Northwest Trail Issues

This section will address current issues of importance to the Northwest Chapter. Of immediate concern is the proposed transmission line from Boardman to Hemingway. This line will severely impact the Oregon Trail

B2H Transmission Line Comments

Submitting comments for the Boardman to Hemingway Transmission Line.

It is too late to submit comments. The deadline was March 19.

Please scroll down in the Issues section for details.

    Proposed Boardman to Hemingway Transmission Line – Impacts on the Oregon Trail

    The proposed Boardman to Hemingway transmission line will cross the Oregon Trail eleven times, with 200 foot tall towers and a 250 foot swath. The BLM has issued a Draft Environmental Impact Statement for review. The deadline to respond was March 19, 2015.

    Jim Tompkins, our chapter president, urged all of us in the Northwest Chapter to do our part in communicating with the BLM about the Boardman to Hemingway Draft EIS. Comments were due  March 19, 2015.

    Here is Jim’s description of the situation, from the last chapter newsletter, based on a report from Gail Carbiener:

    Oregon creates far more electricity than its meager population requires. Most exported electricity in Oregon is hydroelectricity generated as water passes over mighty dams. Most is sent to California. The second most exported electricity is wind generated, with many wind farms located along the Oregon Trail. Other energy related processes include the burning of biomass (wood waste) to create electricity, thermal electricity from geysers in Southern Oregon along the Applegate Trail, pipelines carrying natural gas to Oregon ports (some of which might cross various historic trails), and the increasingly long lines of railroad cars carrying Wyoming coal or North Dakota shale oil to Oregon ports. The last two energy sources are being exported to China to create electricity there.

    Seven and a half years ago, Idaho Power suggested a 500 kilovolt transmission line to carry electricity from the coal fired Boardman, Oregon, generating plant to a hub in Hemingway, Idaho, where it would passed on around Idaho and beyond, including states such as Wyoming. I mention Wyoming because Oregon does not have large coal deposits within its boundaries and Boardman must import its coal from Wyoming. [I remember waiting over half an hour to get into Fort Laramie once so a coal train could pass.] There is talk of converting Boardman to a natural gas burning plant. There is also talk of shutting Boardman down, which would not happen if it was exporting electricity.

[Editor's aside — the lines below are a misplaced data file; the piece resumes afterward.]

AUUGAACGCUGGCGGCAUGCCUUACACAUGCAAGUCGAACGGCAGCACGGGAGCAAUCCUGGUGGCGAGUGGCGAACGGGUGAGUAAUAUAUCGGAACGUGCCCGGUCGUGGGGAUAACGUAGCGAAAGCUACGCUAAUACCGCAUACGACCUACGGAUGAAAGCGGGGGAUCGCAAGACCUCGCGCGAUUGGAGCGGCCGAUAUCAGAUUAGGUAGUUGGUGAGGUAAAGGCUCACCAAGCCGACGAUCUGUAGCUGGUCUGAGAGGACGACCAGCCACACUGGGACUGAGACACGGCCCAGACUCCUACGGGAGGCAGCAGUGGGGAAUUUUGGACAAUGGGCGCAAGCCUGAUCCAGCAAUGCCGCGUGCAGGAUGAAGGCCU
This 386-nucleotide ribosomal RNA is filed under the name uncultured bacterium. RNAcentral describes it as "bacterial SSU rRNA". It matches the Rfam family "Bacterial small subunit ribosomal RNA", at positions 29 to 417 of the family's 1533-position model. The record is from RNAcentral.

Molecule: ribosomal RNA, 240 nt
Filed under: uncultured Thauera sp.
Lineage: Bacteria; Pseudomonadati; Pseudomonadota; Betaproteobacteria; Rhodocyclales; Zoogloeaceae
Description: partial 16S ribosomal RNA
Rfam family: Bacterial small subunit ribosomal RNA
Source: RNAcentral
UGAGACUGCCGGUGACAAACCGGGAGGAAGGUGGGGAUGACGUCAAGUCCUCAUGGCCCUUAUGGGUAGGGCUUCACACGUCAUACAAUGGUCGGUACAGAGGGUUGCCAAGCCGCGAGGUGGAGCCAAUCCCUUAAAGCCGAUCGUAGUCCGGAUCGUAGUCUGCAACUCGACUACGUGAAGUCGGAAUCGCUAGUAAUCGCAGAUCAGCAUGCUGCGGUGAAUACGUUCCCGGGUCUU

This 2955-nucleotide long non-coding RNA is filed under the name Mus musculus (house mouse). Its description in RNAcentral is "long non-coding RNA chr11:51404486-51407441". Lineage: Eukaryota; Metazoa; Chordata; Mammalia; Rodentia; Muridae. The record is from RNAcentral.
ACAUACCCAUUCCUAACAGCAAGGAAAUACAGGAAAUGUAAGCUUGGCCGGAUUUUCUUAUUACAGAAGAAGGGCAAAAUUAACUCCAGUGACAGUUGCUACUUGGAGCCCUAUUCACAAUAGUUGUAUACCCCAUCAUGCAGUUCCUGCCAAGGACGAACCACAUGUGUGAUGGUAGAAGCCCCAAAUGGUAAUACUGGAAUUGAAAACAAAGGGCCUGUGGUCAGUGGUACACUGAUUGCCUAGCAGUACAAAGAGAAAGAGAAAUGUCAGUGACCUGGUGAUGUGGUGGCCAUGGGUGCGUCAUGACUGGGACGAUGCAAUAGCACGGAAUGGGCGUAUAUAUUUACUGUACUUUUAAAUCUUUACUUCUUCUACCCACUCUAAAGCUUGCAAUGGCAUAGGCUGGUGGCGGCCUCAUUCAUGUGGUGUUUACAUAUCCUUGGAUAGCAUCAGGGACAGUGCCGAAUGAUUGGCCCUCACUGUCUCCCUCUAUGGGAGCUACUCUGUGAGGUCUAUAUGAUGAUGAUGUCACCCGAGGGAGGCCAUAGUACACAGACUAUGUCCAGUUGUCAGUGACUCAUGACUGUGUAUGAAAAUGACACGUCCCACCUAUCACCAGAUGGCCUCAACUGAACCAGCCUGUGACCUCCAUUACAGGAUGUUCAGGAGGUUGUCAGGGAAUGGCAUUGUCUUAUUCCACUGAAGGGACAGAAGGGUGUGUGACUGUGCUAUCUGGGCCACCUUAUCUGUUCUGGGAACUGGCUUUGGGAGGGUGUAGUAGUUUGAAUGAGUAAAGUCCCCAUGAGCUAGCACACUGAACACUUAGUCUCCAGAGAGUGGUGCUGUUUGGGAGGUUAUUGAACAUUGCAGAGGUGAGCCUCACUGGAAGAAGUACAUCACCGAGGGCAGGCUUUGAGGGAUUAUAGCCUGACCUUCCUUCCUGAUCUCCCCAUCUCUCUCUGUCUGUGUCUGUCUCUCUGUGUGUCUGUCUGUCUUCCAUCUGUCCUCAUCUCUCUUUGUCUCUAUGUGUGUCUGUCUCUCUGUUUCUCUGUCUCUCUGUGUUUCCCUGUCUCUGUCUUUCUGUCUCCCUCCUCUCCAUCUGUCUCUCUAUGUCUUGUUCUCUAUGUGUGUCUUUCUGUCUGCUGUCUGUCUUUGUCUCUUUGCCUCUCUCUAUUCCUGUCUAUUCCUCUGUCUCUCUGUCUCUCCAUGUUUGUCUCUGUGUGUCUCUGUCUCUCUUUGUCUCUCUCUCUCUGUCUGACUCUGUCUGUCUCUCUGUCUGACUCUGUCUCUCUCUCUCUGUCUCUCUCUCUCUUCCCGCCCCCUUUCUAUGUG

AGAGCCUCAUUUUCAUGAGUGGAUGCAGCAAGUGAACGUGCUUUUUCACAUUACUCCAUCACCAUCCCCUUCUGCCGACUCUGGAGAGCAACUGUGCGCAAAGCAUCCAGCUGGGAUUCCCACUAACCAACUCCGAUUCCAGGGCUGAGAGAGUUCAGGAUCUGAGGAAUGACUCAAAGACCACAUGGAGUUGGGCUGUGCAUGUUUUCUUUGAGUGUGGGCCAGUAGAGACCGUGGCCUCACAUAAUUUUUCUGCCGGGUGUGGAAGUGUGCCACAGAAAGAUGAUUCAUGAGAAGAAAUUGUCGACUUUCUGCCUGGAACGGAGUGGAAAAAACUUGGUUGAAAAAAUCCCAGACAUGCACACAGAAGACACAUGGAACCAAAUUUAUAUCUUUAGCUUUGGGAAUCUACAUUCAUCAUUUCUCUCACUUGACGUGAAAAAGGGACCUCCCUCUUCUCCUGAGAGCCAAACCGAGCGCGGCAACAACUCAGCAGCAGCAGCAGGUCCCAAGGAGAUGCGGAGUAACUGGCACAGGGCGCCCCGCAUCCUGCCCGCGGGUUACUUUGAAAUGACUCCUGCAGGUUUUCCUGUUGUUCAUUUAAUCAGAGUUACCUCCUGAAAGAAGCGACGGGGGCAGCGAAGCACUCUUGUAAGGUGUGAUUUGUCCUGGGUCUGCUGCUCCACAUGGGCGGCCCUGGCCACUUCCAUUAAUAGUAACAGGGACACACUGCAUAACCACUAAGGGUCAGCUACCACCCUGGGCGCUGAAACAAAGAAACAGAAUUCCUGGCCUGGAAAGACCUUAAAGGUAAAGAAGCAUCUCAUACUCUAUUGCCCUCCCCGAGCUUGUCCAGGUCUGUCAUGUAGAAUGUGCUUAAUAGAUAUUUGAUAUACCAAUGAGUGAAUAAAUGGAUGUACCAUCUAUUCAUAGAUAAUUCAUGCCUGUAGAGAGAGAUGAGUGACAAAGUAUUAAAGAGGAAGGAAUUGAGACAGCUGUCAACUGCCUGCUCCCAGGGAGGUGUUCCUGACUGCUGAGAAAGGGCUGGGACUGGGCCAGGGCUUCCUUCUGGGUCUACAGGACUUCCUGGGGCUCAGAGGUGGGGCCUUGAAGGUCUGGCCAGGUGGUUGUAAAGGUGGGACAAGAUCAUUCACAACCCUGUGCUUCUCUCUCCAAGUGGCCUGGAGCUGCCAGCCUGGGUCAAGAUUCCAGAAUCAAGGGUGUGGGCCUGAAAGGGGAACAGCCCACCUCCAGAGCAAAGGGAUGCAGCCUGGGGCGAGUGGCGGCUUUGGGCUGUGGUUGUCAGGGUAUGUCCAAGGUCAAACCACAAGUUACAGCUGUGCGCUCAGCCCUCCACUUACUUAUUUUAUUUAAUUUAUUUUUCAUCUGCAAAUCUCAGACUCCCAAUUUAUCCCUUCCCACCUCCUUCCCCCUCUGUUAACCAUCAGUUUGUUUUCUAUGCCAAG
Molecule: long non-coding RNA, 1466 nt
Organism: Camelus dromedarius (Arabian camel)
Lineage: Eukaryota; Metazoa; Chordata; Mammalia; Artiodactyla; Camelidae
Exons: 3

The Boardman to Hemingway (or B2H) line proposal has been quietly building steam in the background since 2007. NWOCTA members have been involved since it went public. One meeting was held in Clackamas during our 2013 convention. Now, the project has moved to the forefront. Why is NWOCTA concerned? Because the route of its transmission line, with up to 200 foot tall towers and 250 foot swath, braids its way along the Oregon Trail, crossing it eleven times from Boardman to the Blues to Flagstaff Hill to Vale to the Idaho border to Hemingway, near Boise.

    Around Christmas, BLM issued a Draft Environmental Impact Statement (DEIS) for review ( Interested parties have 90 days, until March 19, 2015, to respond. And respond we must. You will be hearing more soon. An email blast will be sent out to the NWOCTA mailing list asking for letters to BLM. The letters will be counted both for the total number of responses, as well as by topic, so it is best that we send many letters and not be exact duplicates. Express your best reasons.

    We will also discuss and hopefully pass a resolution at our annual meeting March 14th in Puyallup, Washington. Other organizations should also show their support of the historic emigrant trail system that would be impacted by this project.